Posts Tagged ‘Bob McArdle’

On the same day as the Interdominion Final and Chariots of Fire was run, I also checked out the harness racing at Addington for the Cheviot Club and spotted two well regarded Falcon Seelster youngsters going around. The first was Free Falling, a 3yo colt who blitzed his field by over 12 lengths and a 57 last half, and then there was a 2yo Falcon Seelster filly who went out favourite and got 3rd, but looks a nice sort indeed. As I’ve mentioned in a previous blog, there are still a few hitting the racetracks each year, even though the sire himself has passed away in 2011.

Falcon Seelster is available via frozen semen.

So if you have a mare or can lease a mare that is a good potential cross with this sire, this coming season will be one of the last opportunities.

Bob McArdle says he has about 50  straws here and 50 in Australia – the details/contacts are available here on the Bromac Lodge/Stallions web page. Or talk with Bob direct, his phone number is on that website.



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A bonus from my trip to the NZSBA breeders conference in Christchurch was the opportunity to visit Nevele R Stud and see Tintin In America, whom I bred, and some of his weanlings.

My visit was a lovely echo of my only other trip to Nevele R, which happened the year I decided to put Zenterfold to McArdle, which resulted in Tintin In America being born.

That day was just the same – raining, and the array of famous racehorses/sires standing in their paddocks with their covers on, looking just like any horse. I particularly recall Courage Under Fire (standing at Nevele R at that stage) who looked almost lost under his cover, being the small horse he is, as the rain poured down around us.

Tintin In America, Sire

Breeder Bee Pears with Tintin In America at Nevele R Stud, May 2013

That was about 8 years ago. Kym and I were shown around personally by Bob McArdle;  it was a fascinating tour with plenty of commentary by Bob, followed by a fairly robust discussion as we all sheltered in our Hilux ute and debated the merits of putting my mare Zenterfold to Falcon Seelster (which Bob advocated) or McArdle (which I was more interested in doing).

As history shows us, I stuck with McArdle.

So it was lovely last Saturday to come full circle and be standing alongside Tintin In America the sire, in the rain, at Nevele R all these years later.

Tintin retired very sore in one leg joint after super seasons as one of our top racehorses from 2yo to 4yo, and almost reaching a million dollars of earnings.

The good news is: he is very well in himself and full of attitude in the paddock, and very fertile in the barn. Thanks to Nevele R in doing such a good job in settling him in to his new career.

There’s no doubt what sticks in people’s mind about Tintin is his incredible acceleration and speed.  As he grew older he developed the strength to hold that sprint longer. At times, he appeared to be low flying down the home straight. That sort of acceleration is hard to come by.

He was a medium sized horse, but a first foal from a medium sized mare. From what I have seen, his foals are quite striking types of good size. I saw two at Nevele R and both had white blazes which could be their own family influences but I have also noted the blaze/snip influence in Tintin’s family. Interesting.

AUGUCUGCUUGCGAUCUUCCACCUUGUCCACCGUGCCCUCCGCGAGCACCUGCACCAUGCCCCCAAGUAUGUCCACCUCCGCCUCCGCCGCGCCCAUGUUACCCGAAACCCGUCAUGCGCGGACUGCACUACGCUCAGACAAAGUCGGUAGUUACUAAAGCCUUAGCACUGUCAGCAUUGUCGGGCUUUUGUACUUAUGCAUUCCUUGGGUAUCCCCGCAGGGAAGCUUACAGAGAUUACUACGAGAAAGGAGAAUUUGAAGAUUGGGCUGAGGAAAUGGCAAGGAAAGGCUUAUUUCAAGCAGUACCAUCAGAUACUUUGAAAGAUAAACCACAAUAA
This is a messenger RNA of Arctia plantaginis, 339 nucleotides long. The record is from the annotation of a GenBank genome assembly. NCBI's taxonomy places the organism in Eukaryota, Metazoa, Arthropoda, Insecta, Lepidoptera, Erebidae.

I’d love to hear from people who have foals/weanlings by Tintin. Email me at bee.raglan@xtra.co.nz and tell me about them.

Personally, I am negotiating a share in a well bred weanling filly by Tintin In America, and have leased another mare to put to him with a very interesting pedigree match. But more about those  at a later date.

I’m a careful and thoughtful breeder and I believe he’s worth a good punt as a sire.

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Falcon Seelster

Stamping "gait speed"

(Stamp of success Part 2 of 6)  As New Zealand breeding guru Bob McArdle puts it, while pedigree is extremely important, the breeder is also “looking to create an architecturally designed individual.”

Bob McArdle believes a key factor in Falcon Seelster’s success was his gait.  “You can see that in many of his foals – they are designed to get yardage in their gait.” It’s a case where the overall size of the progeny is less important than their ability to get maximum  speed and reach. The same could be said about Courage Under Fire, where his reputation for leaving a high percentage of foals with naturally good gait gives him an advantage – “gait speed” (excuse the pun) – that offsets the size of many of his foals.

Bob McArdle also sees Falcon Seelster ‘stamping’ his progeny with the distinctive “Falcon head”, and soundness. Soundness, whether from good genetic bone density or less wear and tear thanks to an excellent conformation and gait, is a hugely valuable asset to pass on to foals.

When he talks about two of Nevele R’s most durable sires, Holmes Hanover and Live or Die, you can hear the admiration in Bob McArdle’s voice. “Some sires throw more to their size, some not. With Holmes he left a more heavy boned, bigger type of horse. With Live or Die, he can leave them all over the park, some little, some big.”

Both these sires have built a reputation for consistent, tough and genuine progeny, whether colts or fillies. “Live or Die and Holmes both pass on their mental toughness,” he says. “Look at the way Live or Die sat in the death in the Woodrow Wilson. He didn’t win, he came second – but I admired him for that run as much as if he had won.”

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